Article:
The Meeting for Thursday, March 12, 2009, will be
Given by: John Sanders
On: Build your own PC
Actually, building your own PC is not such a challenge as you might
think, and there are many positives resulting from this task. First of
all, you will get just the features that you want/need to perform the
tasks that you most frequently encounter on the PC. Second, you will be
very familiar with "what's under the hood," and you will be in a better
position to correct problems that you may encounter during operation.
And you will probably find that you will get more of the PC that you
want for less money.
There are a number of online resellers of computer components, and you
can pick the best parts for your PC as the lowest cost. They are made
to "fit together" if you chose the components correctly. This is
probably the area in which you will need to exercise the most care.
Note that we are talking about desktop computers; laptop computers need
to "fit togother" in a very small volume, and some of these components
must be especially for that application.
First of all, you should deside exactly what tasks will be met through
the use of this computer. A PC that is just used to access the internet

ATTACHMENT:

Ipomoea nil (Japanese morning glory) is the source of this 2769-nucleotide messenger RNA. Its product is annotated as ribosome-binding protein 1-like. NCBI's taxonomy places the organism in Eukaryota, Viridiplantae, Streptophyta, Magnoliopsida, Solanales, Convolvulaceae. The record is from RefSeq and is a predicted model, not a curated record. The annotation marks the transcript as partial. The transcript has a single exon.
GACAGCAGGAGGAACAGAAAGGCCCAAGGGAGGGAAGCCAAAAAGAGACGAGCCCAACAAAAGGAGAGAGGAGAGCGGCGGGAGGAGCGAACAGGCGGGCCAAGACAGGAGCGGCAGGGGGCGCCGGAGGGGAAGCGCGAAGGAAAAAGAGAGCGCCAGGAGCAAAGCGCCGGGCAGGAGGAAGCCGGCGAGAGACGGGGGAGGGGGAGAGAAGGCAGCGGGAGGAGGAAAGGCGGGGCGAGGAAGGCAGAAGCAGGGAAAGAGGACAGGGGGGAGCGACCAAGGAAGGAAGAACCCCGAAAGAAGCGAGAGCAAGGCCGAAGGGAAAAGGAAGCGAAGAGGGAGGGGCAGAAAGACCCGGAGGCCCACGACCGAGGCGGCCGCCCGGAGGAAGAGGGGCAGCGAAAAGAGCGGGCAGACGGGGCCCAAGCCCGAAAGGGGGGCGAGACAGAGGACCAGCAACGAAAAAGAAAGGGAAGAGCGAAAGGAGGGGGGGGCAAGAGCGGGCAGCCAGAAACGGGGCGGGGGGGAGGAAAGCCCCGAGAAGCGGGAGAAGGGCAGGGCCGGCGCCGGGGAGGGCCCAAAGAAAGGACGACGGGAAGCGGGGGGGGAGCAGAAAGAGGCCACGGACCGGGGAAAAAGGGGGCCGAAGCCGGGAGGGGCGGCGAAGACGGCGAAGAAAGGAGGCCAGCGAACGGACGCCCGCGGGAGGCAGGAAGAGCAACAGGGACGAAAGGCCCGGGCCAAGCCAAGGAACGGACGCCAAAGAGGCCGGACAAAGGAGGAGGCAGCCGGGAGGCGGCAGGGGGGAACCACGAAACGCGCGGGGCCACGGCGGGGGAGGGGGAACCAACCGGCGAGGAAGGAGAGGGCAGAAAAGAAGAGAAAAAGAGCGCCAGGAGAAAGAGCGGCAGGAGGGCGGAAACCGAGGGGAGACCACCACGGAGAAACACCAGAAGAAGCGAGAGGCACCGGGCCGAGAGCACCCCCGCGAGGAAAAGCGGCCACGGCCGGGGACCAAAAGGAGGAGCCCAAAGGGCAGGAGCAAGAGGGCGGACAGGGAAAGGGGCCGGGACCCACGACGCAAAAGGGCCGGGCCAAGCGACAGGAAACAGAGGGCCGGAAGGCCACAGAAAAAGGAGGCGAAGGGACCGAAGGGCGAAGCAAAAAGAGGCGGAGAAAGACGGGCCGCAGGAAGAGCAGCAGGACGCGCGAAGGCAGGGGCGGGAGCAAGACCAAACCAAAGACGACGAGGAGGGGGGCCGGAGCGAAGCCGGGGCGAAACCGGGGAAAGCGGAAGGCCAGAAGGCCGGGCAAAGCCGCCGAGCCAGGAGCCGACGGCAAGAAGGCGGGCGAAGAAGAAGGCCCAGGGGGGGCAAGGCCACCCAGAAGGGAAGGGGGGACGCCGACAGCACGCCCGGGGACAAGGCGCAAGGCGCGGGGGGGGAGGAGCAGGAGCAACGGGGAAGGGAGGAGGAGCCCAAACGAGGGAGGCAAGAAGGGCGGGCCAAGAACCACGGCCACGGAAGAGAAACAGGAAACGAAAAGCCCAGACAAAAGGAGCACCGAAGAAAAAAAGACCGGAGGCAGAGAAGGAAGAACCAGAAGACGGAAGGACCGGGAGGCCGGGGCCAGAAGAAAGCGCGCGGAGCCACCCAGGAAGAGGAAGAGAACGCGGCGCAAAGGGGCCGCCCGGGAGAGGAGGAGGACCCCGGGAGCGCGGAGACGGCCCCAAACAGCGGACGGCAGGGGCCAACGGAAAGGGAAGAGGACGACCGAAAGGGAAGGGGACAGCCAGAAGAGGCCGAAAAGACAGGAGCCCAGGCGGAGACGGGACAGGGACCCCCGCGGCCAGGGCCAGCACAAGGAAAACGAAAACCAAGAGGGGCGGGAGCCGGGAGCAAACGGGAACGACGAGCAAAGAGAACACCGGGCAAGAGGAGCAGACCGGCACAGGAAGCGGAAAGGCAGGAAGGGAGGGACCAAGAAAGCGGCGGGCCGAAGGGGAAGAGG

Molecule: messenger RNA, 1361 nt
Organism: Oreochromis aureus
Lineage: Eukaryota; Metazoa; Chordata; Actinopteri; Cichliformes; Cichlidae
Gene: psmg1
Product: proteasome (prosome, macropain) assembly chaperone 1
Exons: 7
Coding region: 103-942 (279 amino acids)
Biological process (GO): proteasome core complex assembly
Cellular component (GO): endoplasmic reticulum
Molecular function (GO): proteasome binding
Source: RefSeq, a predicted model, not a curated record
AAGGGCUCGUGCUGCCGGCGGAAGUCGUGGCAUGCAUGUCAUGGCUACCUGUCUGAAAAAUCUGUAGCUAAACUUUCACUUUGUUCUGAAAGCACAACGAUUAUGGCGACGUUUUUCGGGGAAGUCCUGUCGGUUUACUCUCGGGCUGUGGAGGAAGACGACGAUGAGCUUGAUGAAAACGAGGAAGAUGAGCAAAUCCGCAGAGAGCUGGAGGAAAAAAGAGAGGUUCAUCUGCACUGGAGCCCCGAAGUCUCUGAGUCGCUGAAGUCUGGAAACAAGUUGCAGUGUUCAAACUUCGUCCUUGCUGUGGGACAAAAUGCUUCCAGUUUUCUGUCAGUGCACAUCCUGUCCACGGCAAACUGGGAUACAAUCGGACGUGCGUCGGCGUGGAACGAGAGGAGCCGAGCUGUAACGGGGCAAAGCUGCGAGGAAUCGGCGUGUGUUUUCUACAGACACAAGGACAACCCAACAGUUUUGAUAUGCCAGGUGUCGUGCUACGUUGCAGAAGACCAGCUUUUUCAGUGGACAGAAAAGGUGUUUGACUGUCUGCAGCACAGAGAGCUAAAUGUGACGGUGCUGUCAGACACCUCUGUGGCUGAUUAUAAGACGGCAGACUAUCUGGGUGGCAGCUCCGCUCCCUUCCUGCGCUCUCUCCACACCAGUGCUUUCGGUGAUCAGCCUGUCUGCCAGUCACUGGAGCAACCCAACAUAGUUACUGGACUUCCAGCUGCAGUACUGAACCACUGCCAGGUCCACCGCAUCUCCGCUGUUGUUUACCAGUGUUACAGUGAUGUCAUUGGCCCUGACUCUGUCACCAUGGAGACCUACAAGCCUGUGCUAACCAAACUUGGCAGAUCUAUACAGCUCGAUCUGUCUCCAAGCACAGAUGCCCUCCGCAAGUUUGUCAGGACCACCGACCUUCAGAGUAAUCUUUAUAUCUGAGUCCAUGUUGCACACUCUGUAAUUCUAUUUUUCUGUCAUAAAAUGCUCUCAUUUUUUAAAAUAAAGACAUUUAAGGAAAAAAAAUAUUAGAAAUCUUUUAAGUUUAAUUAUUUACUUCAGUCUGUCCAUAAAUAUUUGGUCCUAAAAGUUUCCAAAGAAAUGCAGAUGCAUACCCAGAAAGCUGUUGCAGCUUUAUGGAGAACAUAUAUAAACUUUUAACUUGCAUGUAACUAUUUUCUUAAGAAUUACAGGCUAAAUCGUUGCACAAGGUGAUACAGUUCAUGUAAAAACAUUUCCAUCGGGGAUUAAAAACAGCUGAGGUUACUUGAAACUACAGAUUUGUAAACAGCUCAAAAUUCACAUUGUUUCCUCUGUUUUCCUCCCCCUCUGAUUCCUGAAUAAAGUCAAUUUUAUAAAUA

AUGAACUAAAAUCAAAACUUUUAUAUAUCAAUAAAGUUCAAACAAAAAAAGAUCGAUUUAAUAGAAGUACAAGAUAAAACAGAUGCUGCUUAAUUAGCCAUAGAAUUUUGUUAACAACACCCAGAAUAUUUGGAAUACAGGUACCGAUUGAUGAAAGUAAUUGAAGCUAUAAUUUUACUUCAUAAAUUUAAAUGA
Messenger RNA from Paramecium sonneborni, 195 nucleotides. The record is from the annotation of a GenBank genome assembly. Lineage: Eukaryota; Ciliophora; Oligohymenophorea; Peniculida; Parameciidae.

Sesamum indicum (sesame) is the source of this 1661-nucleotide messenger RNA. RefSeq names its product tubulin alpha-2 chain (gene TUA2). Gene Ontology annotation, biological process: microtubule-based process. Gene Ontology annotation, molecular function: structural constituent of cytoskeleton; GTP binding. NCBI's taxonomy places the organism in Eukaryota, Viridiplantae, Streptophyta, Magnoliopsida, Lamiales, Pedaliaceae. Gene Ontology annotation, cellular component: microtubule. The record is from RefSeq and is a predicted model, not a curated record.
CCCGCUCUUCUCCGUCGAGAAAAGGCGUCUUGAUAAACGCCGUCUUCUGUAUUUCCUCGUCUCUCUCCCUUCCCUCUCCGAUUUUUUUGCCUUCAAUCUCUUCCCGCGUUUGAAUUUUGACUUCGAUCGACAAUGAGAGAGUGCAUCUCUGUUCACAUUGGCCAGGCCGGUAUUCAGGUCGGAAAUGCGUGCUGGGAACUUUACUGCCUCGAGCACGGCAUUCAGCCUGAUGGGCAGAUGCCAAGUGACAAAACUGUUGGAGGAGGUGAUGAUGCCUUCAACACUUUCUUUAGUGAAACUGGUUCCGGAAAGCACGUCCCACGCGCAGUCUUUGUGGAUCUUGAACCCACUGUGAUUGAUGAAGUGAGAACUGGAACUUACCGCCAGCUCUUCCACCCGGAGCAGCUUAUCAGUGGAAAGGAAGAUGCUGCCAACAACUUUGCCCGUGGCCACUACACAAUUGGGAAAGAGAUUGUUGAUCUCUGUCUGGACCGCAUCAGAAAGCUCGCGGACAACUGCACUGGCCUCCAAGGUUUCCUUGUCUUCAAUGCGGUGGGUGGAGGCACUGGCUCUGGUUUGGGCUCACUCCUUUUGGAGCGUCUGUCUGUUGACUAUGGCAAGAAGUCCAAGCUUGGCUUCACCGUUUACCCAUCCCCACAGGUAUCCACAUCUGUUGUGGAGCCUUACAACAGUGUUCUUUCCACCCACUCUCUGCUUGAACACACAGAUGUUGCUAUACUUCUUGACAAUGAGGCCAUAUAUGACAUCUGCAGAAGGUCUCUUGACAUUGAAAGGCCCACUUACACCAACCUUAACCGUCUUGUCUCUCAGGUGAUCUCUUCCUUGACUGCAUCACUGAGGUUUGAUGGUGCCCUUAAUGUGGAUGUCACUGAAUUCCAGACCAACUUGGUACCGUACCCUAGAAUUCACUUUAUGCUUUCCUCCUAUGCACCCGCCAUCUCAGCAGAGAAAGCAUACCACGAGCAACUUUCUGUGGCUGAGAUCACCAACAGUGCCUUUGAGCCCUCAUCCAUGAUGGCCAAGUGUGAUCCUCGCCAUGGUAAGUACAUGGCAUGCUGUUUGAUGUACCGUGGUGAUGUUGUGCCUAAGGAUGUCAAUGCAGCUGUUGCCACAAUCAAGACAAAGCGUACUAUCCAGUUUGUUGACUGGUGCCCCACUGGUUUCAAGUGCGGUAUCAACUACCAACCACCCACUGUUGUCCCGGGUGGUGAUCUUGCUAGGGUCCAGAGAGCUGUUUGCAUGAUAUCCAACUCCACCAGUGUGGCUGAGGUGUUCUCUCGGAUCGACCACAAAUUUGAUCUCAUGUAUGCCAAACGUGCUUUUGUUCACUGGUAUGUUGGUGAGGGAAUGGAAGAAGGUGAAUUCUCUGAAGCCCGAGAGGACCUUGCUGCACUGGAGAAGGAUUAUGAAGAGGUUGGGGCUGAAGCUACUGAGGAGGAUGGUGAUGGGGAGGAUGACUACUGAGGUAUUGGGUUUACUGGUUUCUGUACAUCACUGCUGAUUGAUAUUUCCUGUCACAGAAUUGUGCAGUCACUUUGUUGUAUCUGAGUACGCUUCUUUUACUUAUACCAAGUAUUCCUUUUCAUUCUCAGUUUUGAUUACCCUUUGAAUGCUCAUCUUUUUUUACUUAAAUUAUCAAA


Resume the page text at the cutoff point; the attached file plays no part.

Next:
and read mail and get information would be different from one that is
used to keep track of your money or one that is used to publish either
to the internet or to hard copy.
Based on the planned uses, you can select the processing speed that you
will need, the amount of memory, the storage devices, and the other
peripherals. At the same time, you can select the software that will be
your operating system. After that, you can select the various
components that will work well togehter.
The parts that you will consider (not necessarily in the order) are:
- A motherboard
- A CPU chip
- Memory (RAM)
- A case
- A power supply
- A video card
- Other memory storage units
- Other items such as sound, disply, keyboard, mouse, etc.
- Operating system and other software
We will discuss some of the options for each of these components and how
to select those components that will work together to meet your
computing needs. We will also go over some information on the relative
cost of some of these options.
We will have our Question and Answer session about other topics and problems, as usual.
Happy St. Patrick's Day!